The Hungarian Forint is a currency that moves quickly in all directions, mostly downwards. What does that mean? The currency is falling in value compared to bigger and more popular currencies such as the Euro, Dollar, British Pound, Swiss Franc, and smaller currencies such as the Swedish Krone and other currencies.
- Would you like to find out how much one Euro is in Hungarian Forint?
- If the price of a product is 10,000 HUF, how much is that in USD?
It is easy to find an answer to those and similar questions if you use the currency converter available on our page about the currency in Hungary. Not only can you find a currency converter there. You can read about where to exchange money in Budapest, what you need to look out for, the different bills and coins used in Hungary, and also some price examples. Are you only interested in how much you have to pay to buy a Big Mac in Budapest? Click the link to find out.
The HUF compared to other currencies.
Hungary joined the European Union in 2004. At that time, you could buy one Euro for approximately 250 HUF. It was at its strongest in 2008 when you “only” had to pay 230 HUF for one Euro. Since then, however, the general trend is pointing downwards (meaning that the Hungarians don’t like the trend). As a result, you must pay more to buy euros in Hungary.
The last year has been quite terrible for the Hungarian currency, seeing that it has jumped from 350 HUF per euro to a peak of 435 HUF per Euro. The current price as we write this article is 401 HUF per Euro, but to get an accurate number, use the converter below or at the currency page.
What is the value of the Hungarian Forint right now?
Check the actual prices of the Hungarian Forint compared to the USD, Euro, GBP, CHF, NOK, SEK, DKK, and other currencies right now.
It is evident that the political situation in Hungary impacts the value of the Hungarian Forint. The present situation in which the Hungarian government often opposes the EU doesn’t help people trust the Hungarian currency. Many people also complain and say that the government doesn’t manage the gas crisis in a good way. To help people, they force shops to sell certain products at lower prices. What is the result? Those products are almost impossible to buy (as they are always sold out), and to earn money, the stores push the prices on all other products much more. In the end, customers pay much more than they did before. It is not a coincidence that inflation in Hungary is among the highest in Europe.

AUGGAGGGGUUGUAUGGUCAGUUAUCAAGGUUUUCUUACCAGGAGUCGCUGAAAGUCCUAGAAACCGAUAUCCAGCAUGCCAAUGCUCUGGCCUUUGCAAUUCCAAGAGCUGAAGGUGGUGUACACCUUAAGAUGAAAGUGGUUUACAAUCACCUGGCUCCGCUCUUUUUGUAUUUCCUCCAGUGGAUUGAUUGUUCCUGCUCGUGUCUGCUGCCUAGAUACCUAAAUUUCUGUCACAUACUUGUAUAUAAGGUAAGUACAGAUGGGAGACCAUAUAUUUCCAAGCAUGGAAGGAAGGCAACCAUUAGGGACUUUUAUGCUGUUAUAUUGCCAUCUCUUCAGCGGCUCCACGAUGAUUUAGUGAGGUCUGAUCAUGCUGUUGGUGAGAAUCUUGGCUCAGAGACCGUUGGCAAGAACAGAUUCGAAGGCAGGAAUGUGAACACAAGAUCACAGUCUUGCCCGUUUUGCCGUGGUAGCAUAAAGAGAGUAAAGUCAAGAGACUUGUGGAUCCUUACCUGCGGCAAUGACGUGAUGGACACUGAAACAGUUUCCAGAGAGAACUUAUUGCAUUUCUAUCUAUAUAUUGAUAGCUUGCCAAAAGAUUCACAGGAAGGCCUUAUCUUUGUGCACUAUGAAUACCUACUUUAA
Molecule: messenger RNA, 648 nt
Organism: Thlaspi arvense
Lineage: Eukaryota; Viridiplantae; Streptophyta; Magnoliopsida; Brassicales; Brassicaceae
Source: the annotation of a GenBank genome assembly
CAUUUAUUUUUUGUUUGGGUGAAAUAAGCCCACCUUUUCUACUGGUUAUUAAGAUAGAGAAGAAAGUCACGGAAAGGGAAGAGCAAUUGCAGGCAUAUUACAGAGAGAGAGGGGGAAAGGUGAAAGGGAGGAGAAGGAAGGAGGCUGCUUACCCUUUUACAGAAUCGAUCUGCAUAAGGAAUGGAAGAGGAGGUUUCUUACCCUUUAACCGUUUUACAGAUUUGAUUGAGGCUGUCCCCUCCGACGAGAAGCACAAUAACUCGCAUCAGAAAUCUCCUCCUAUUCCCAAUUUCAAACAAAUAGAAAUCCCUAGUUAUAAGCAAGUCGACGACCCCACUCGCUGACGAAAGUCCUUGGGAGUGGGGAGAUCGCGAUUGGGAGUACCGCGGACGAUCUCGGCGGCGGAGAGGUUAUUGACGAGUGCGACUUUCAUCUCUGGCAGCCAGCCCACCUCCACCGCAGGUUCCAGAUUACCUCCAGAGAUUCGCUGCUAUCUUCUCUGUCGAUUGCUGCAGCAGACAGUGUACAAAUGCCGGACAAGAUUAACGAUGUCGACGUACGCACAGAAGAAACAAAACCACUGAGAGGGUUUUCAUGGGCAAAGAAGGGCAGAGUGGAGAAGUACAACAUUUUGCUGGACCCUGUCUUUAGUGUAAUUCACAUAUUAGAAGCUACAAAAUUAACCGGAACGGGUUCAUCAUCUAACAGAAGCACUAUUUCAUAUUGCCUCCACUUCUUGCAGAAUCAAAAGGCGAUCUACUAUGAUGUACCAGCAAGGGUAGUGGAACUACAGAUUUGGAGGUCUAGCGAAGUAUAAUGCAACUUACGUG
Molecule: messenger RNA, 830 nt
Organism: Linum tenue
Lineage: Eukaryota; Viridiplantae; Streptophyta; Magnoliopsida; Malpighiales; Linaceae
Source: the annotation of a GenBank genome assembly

Does this influence you?
If you come to Budapest, you don’t really have to worry. You will get more HUF for your money than you would one year ago. But, at the same time, the prices have increased a lot, meaning that you will pay more in the end anyway. Even though you get 20% more HUF per Euro, you have to pay 50%-100% more for several products, meaning that we all lose. The biggest losers are, of course, the Hungarians.
Do not forget, however, that many stores in Hungary seem to have forgotten about the real value of the Euro. What do we mean?
If you enter a store and buy products that normally cost 1000 HUF, you can nearly always pay with euros. The only problem is that stores still believe that the price of one euro is 350-370 HUF. So, when you pay 1000 HUF which should be approximately 2.5 Euro, you will pay 3 Euro instead (or something like that). In the end, you pay even more than needed. How can you solve this? The best is to pay with card (and set the currency to HUF if asked) or to pay with cash.
If you want Hungarian Forint in cash, the best is to use an ATM. It is possible to use an exchange office as well, but you should avoid those in or near Vaci utca, as those use pretty bad exchange rates.